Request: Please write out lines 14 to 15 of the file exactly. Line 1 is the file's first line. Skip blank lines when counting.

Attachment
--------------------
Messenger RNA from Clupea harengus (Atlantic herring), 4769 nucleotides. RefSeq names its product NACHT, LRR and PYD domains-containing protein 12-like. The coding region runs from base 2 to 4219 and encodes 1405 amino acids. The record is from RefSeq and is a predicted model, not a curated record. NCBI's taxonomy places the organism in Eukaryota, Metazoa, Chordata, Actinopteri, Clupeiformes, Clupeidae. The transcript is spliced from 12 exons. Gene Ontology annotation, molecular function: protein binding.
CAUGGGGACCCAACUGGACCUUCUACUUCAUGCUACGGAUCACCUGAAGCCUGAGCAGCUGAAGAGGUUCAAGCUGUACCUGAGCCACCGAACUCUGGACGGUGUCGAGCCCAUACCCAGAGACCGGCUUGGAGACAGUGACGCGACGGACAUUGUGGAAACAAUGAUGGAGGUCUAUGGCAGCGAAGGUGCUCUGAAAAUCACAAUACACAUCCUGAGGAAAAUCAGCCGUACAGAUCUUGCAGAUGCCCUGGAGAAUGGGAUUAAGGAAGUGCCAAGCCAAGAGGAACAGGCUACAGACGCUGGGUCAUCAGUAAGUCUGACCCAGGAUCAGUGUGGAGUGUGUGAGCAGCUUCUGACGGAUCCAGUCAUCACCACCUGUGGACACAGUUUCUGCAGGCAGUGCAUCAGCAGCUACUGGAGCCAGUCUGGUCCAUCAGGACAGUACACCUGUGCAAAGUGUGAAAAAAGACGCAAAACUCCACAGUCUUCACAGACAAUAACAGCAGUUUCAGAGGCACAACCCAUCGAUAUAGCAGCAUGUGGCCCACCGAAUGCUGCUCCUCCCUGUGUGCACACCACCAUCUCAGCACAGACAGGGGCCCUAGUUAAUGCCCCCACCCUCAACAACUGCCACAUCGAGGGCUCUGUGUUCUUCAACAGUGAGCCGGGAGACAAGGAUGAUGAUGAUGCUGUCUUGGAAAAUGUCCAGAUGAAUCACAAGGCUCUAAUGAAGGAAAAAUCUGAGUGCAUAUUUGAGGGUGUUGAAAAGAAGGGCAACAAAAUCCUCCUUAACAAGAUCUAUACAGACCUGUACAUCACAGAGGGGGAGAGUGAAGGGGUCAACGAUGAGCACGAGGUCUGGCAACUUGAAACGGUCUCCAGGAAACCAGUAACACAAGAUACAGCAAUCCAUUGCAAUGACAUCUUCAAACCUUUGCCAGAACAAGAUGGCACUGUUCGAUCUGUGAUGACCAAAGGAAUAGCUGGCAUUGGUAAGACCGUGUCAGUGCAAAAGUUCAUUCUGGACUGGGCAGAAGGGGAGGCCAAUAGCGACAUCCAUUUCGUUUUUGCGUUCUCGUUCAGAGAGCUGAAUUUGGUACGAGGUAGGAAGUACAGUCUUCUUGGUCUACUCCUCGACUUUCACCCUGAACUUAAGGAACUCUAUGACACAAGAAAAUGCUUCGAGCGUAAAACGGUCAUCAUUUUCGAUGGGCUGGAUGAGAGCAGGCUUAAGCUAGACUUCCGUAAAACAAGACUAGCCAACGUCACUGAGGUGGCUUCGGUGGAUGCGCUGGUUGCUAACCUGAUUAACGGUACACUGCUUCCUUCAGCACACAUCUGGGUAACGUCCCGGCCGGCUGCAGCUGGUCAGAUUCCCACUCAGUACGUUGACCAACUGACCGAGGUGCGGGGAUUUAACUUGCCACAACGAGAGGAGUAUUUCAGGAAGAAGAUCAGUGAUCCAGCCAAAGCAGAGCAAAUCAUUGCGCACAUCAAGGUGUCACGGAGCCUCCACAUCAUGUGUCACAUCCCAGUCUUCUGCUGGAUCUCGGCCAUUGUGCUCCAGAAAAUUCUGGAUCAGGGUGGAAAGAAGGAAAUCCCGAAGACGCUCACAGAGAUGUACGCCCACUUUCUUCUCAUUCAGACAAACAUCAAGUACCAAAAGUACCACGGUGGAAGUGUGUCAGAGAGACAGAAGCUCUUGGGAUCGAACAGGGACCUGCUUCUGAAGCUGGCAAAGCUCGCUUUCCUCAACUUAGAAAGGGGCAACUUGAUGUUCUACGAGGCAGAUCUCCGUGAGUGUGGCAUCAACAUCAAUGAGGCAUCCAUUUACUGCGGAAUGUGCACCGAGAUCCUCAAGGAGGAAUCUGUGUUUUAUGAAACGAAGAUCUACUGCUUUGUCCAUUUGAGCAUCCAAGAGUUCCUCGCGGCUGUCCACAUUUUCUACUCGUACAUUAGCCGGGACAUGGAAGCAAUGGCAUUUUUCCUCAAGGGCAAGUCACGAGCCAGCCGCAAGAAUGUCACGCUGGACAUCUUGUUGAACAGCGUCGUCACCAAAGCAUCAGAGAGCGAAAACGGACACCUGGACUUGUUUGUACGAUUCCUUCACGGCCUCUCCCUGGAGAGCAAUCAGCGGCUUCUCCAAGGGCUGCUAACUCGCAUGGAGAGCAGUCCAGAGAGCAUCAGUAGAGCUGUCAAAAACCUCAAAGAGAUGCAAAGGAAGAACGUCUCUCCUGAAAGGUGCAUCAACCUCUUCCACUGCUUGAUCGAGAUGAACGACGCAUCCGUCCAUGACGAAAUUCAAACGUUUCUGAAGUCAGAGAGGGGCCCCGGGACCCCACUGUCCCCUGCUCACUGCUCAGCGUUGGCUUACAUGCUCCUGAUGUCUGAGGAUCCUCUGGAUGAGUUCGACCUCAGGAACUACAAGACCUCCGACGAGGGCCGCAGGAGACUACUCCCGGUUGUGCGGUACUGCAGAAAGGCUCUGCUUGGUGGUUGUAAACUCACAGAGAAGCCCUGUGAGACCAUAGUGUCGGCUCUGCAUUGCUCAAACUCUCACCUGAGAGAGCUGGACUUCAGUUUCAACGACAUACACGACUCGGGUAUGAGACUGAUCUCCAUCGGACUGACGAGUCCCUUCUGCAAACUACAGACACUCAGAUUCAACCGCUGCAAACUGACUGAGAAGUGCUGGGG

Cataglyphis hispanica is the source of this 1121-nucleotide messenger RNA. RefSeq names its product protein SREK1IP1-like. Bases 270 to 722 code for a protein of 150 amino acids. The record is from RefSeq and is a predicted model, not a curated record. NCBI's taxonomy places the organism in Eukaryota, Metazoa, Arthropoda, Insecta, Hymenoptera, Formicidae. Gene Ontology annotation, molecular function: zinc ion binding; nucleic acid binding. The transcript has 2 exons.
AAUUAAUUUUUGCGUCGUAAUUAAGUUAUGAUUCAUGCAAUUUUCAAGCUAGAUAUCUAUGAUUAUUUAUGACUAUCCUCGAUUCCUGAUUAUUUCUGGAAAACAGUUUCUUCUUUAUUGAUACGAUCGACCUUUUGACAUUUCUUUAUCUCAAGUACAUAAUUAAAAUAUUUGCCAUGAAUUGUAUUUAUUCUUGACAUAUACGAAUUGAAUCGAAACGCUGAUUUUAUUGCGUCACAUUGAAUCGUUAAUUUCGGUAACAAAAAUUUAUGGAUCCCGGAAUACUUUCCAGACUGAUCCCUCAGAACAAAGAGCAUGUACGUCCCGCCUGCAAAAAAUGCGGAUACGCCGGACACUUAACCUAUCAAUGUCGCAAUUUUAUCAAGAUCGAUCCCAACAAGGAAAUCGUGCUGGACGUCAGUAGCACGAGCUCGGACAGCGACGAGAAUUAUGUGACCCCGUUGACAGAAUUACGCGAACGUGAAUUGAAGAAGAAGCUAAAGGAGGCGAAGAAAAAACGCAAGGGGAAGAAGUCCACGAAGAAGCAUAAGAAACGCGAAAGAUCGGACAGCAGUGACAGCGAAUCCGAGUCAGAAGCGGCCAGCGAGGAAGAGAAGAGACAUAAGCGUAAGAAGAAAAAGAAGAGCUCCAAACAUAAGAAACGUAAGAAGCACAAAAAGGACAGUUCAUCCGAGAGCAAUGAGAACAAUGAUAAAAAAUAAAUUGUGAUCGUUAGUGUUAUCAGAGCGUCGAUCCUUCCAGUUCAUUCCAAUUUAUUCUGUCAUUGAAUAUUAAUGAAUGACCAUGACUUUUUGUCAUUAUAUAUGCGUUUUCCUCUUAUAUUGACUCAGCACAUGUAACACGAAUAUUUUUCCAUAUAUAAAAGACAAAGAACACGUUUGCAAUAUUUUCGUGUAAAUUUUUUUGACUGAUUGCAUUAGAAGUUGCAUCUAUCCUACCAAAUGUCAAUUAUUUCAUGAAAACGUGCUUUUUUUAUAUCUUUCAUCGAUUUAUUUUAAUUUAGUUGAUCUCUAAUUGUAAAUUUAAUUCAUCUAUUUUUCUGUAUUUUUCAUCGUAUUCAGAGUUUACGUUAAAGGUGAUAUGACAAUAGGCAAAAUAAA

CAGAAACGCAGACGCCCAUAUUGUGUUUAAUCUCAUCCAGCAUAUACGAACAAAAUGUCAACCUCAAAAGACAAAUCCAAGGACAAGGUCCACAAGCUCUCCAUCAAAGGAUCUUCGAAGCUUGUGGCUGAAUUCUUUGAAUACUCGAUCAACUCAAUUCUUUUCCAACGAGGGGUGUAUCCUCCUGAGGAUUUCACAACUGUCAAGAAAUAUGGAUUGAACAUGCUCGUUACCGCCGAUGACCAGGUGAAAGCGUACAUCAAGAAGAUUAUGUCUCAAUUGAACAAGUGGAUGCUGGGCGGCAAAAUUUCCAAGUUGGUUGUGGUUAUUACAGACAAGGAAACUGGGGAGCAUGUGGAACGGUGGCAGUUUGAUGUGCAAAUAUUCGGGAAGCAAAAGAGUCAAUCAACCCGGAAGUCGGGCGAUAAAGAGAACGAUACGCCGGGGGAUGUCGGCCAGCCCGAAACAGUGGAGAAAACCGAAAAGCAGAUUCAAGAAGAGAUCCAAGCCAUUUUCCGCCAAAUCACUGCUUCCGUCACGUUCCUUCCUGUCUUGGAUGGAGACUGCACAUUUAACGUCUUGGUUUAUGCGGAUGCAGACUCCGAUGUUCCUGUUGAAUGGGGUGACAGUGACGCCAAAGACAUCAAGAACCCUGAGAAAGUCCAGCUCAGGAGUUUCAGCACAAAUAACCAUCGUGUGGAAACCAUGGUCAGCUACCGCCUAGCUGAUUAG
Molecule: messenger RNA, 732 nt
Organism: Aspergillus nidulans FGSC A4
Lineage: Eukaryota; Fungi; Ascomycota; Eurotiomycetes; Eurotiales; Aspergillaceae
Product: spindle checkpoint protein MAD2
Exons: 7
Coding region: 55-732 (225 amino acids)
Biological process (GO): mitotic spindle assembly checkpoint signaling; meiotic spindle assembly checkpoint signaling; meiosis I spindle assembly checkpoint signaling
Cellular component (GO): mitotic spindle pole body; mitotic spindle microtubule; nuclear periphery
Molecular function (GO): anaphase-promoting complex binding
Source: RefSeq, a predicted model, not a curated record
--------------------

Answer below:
Molecular function (GO): anaphase-promoting complex binding
Source: RefSeq, a predicted model, not a curated record